Gulliver’s Travels (Bestselling Illustrated Classics)
Gulliver’s Travels, first published in 1726, is Jonathan Swift’s best known full-length work, and is both a parody of the “travellers’ tales” popular at the time and a satire on human nature. Throughout the four stories, ship’s surgeon Gulliver travels to distant lands, meets strange new peoples like the diminutive Lilliputians and the gigantic Brobdingnags, defends his ship from a pirate attack, and is marooned on a deserted island.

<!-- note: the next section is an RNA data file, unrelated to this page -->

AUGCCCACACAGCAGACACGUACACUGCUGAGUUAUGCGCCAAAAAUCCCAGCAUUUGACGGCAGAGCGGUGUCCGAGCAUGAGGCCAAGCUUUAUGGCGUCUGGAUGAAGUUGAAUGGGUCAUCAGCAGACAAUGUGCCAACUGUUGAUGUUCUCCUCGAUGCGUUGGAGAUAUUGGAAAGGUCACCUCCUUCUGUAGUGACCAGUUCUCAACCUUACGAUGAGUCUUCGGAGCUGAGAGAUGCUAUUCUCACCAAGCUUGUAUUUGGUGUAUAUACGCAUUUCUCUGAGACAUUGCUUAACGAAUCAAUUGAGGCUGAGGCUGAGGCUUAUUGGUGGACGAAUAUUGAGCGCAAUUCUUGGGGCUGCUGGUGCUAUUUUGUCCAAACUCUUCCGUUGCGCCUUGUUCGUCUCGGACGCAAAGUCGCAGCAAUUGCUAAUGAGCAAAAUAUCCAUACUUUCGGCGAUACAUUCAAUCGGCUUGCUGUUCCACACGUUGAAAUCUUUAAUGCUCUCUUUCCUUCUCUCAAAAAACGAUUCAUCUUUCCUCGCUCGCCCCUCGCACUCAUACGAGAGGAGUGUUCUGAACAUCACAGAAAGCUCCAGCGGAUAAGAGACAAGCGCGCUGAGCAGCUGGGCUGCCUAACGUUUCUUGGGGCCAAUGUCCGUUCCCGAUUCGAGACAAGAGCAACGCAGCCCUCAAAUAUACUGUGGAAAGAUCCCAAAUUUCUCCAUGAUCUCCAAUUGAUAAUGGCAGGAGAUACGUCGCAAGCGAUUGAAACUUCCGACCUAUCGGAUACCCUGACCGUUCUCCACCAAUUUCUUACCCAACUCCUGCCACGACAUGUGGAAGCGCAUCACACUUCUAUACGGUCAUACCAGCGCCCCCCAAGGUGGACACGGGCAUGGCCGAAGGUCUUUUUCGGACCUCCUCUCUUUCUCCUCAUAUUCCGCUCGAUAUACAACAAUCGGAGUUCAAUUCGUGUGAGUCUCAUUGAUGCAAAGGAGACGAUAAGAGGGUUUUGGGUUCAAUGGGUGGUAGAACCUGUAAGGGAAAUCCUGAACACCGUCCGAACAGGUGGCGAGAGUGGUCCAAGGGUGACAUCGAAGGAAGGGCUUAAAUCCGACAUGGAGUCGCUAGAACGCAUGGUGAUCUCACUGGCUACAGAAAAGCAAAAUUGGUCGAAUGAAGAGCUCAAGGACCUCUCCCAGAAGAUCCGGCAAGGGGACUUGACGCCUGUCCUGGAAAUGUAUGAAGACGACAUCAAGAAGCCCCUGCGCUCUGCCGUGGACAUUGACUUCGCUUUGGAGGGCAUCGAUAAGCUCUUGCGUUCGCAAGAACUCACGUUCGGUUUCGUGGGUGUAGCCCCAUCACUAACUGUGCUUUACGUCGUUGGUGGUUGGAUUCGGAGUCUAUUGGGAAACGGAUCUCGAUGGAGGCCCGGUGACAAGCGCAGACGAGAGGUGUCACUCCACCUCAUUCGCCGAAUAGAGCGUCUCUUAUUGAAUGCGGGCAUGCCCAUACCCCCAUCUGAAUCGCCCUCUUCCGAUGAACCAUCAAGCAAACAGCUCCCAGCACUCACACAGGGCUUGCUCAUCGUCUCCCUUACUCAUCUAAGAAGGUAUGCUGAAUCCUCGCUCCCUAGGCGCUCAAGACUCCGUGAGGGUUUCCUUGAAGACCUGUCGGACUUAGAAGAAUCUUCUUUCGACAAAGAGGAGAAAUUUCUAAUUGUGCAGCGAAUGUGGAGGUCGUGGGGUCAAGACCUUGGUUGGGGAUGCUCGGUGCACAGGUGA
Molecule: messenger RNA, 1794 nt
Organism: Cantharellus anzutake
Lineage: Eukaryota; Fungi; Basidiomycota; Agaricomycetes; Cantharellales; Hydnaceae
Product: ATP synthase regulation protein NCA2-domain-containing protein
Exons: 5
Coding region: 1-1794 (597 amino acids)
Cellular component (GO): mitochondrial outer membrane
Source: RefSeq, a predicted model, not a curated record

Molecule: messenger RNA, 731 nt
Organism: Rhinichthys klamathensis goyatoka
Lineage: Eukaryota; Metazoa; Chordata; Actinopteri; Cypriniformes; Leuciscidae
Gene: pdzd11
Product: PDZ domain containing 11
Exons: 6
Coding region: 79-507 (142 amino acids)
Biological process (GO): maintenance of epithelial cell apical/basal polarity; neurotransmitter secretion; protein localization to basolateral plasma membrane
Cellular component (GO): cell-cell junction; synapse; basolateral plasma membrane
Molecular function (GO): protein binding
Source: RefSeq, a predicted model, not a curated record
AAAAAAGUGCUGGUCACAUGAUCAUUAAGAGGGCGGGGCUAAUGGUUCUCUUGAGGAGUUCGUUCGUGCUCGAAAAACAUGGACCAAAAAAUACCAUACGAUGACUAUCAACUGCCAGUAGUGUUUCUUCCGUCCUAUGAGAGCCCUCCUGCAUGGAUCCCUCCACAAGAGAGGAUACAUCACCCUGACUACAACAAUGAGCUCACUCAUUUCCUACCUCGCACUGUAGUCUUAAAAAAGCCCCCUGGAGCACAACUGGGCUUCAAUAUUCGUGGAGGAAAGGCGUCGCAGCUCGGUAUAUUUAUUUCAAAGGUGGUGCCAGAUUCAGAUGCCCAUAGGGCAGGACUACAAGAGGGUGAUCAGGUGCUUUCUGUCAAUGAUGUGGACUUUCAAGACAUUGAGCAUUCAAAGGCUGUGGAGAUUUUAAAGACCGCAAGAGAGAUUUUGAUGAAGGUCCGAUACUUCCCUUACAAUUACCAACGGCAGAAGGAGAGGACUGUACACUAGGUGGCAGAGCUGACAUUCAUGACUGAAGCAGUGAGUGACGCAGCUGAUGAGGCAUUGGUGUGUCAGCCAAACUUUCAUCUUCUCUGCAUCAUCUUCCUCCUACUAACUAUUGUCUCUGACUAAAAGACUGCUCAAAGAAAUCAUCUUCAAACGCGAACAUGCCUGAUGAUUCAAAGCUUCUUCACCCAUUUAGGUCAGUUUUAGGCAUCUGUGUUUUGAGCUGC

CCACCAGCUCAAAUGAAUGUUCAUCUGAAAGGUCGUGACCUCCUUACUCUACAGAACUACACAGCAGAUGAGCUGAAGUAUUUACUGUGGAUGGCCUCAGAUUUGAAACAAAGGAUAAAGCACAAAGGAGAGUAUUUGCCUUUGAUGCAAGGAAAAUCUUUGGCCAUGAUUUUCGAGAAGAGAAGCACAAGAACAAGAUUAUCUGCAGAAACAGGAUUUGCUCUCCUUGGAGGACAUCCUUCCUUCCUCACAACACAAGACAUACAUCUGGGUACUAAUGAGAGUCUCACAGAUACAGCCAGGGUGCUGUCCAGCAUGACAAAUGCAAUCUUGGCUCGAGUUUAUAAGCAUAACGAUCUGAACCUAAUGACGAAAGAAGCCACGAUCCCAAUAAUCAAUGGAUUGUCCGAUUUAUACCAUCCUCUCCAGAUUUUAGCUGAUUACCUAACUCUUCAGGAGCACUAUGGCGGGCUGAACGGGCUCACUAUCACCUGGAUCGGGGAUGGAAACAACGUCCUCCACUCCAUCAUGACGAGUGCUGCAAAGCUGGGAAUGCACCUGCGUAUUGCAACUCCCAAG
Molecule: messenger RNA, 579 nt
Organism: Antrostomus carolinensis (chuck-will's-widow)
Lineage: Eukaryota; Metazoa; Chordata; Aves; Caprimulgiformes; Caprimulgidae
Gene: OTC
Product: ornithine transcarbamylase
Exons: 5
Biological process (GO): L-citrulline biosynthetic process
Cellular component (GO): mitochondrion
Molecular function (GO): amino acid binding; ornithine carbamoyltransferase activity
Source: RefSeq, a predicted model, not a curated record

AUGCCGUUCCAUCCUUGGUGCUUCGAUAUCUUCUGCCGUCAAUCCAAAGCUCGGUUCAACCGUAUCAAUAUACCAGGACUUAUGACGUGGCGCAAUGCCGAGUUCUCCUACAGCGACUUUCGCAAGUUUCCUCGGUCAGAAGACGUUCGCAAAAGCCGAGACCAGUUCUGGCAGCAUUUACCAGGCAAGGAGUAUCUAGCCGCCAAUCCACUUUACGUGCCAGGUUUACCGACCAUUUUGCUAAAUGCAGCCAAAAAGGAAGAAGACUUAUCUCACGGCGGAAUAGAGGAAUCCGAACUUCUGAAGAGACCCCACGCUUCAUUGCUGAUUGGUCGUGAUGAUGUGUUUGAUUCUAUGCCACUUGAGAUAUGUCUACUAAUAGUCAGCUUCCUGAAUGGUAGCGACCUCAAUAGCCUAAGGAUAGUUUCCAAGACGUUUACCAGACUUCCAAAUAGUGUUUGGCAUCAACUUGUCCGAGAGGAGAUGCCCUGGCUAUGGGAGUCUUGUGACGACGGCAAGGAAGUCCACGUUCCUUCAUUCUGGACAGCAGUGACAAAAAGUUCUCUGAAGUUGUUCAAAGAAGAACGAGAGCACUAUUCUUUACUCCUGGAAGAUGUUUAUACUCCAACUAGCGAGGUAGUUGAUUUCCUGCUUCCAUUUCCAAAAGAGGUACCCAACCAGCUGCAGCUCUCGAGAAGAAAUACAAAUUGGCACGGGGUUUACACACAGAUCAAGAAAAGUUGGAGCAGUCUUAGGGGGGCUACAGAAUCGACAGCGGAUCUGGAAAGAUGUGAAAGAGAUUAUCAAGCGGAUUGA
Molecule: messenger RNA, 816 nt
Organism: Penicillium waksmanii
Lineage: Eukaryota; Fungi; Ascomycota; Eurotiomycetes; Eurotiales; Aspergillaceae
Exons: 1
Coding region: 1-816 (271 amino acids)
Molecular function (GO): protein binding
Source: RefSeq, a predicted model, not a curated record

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Jonathan Swift was an Anglo-Irish satirist, essayist, political pamphleteer (first for Whigs then for Tories), and poet, famous for works like Gulliver's Travels, A Modest Proposal, A Journal to Stella, The Drapier's Letters, The Battle of the Books, and A Tale of a Tub. Swift is probably the foremost prose satirist in the English language, and is less well known for his poetry. Swift published all of his works under pseudonyms — such as Lemuel Gulliver, Isaac Bickerstaff, M.B. Drapier — or anonymously. He is also known for being a master of two styles of satire; the Horatian and Juvenalian styles.